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New study calls smokers rights into question

While growing up, many of us heard from our teachers, our parents and our doctors about the dangers of smoking. When the people around us felt they had thoroughly drilled the “no smoking” message into our heads, advertisements on television took over. I am referring to the rather terrifying ads in which smokers tell stories about how cigarettes ruined their lives. Those advertisements make you not want to smoke as much as the Sarah McLachlan ads make you wish you could adopt all the homeless dogs in the world.

Society also taught us about the dangers of inhaling secondhand smoke from the people around us. This knowledge resulted in a huge cultural leap from our parents’ generation, when many doctors examined children while smoking. Just imagine someone putting a stethoscope up to your chest and asking you to breathe in and out while they take a drag from a cigarette. Now, research is illuminating the dangers of thirdhand smoke, which is inhaled while interacting with the surface residue where people have recently smoked.

Dr. Lowell Dale, Medical Director of Mayo Clinic Tobacco, provides a definition of thirdhand smoke and why it is such a threat. She writes, “thirdhand smoke is generally considered to be residual nicotine and other chemicals left on a variety of indoor surfaces by tobacco smoke. This residue is thought to react with common indoor pollutants to create a toxic mix. This toxic mix of thirdhand smoke contains cancer-causing substances, posing a potential health hazard to nonsmokers who are exposed to it, especially children.”

While many believe that people have the right to smoke, have enough medical studies been released in the past few years that the government might be prompted to take further measures in limiting smokers’ rights? I decided to see what fellow college students thought about smokers’ rights and the effect smoking has on those who don’t consent to being exposed.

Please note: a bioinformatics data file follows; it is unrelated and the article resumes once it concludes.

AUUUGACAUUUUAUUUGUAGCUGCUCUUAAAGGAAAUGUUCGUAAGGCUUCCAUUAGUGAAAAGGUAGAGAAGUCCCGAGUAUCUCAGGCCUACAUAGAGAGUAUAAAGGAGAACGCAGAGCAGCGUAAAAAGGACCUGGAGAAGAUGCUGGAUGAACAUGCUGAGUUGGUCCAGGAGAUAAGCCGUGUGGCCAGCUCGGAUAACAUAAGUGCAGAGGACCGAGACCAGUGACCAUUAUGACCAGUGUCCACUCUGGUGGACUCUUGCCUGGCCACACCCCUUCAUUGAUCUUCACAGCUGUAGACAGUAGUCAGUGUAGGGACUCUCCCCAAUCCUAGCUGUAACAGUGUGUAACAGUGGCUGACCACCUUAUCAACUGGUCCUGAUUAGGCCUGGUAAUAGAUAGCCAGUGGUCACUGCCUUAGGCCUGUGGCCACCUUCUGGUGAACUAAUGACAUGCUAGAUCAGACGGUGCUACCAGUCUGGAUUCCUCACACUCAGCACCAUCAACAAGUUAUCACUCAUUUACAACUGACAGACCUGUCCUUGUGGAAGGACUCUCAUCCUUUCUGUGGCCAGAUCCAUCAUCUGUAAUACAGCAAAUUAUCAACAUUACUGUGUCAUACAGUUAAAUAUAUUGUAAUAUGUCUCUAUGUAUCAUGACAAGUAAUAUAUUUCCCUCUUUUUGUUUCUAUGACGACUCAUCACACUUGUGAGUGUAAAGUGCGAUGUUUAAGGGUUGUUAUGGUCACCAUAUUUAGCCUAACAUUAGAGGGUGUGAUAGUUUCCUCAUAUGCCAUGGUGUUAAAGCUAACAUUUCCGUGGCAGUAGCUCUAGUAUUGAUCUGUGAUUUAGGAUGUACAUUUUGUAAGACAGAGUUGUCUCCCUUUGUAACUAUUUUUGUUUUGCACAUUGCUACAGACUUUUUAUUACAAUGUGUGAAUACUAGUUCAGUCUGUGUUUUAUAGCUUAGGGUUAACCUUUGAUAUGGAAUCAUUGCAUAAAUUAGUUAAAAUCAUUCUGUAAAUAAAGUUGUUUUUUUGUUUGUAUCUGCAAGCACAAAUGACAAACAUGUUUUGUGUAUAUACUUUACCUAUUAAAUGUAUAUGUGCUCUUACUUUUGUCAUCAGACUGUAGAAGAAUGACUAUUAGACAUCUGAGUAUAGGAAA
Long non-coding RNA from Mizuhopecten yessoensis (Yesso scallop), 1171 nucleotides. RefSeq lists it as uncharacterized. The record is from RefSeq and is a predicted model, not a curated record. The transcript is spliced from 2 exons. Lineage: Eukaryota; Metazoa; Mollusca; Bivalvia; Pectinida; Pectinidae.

Erin Knadler ’15: “So I kind of agree with the doctors and politicians that have started banning smoking inside places. It’s a little absurd to ban it in parks or on the street because realistically the smoke won’t harm you as much there because it has somewhere to go.”

Sam Macomber, a sophomore at Dartmouth College, has similar ideas: “I think it’s OK to restrict or eliminate smoking indoors or on private property. For example, the ban on smoking in New Hampshire restaurants is wonderful. It is not, however, okay to regulate smoking in public spaces such as parks.”

Andrea Dover ’14 had animals’ interests in mind when asked about thirdhand smoke: “I feel bad for pets that end up jumping onto those surfaces,” she said.

Julie Anne Franzel ’16, used humor to make a solid point about smoking around others: “I think that smoking within ten feet of people is equivalent to making everyone within ten feet of you eat two of your ten chicken Mcnuggets. Not everyone wants that.”

Negative legislation for the tobacco companies could be the nail in their coffin. Since the early 1990s, the deflation of tobacco companies’ ‘family friendly’ image has caused massive corporations, like NABISCO, to be broken apart and sold into pieces. In 2003, after the Philip Morris Company spent millions on branding and self-promotion, the corporation realized they could never be successful under such a tainted name and were forced to rename; this is a risky move in the business world and is often only done as a last resort.

Chemicals, including nicotine, cyanide, radioactive polonium-210, lead, arsenic, butane and polycyclic aromatic hydrocarbons have been found on surfaces after someone has been smoking in the room. Personally, I find this fact terrifying. Someone can make the decision, to a certain extent, to stay away from secondhand smoke, but one can’t consent or control being around the chemical residue from past smokers.

Our health and well-being should not be controlled by others. It is our decision to eat salad or cake for dinner. It is our choice to work out in Skoglund instead of lying in bed all day. Just like smokers say it is their right to smoke, the same could be said for non-smokers: It is our right not to be affected by the chemicals from someone else’s choice to smoke.

Jocelyn Sarvady ’15 is from Atlanta, Ga. She majors in American studies.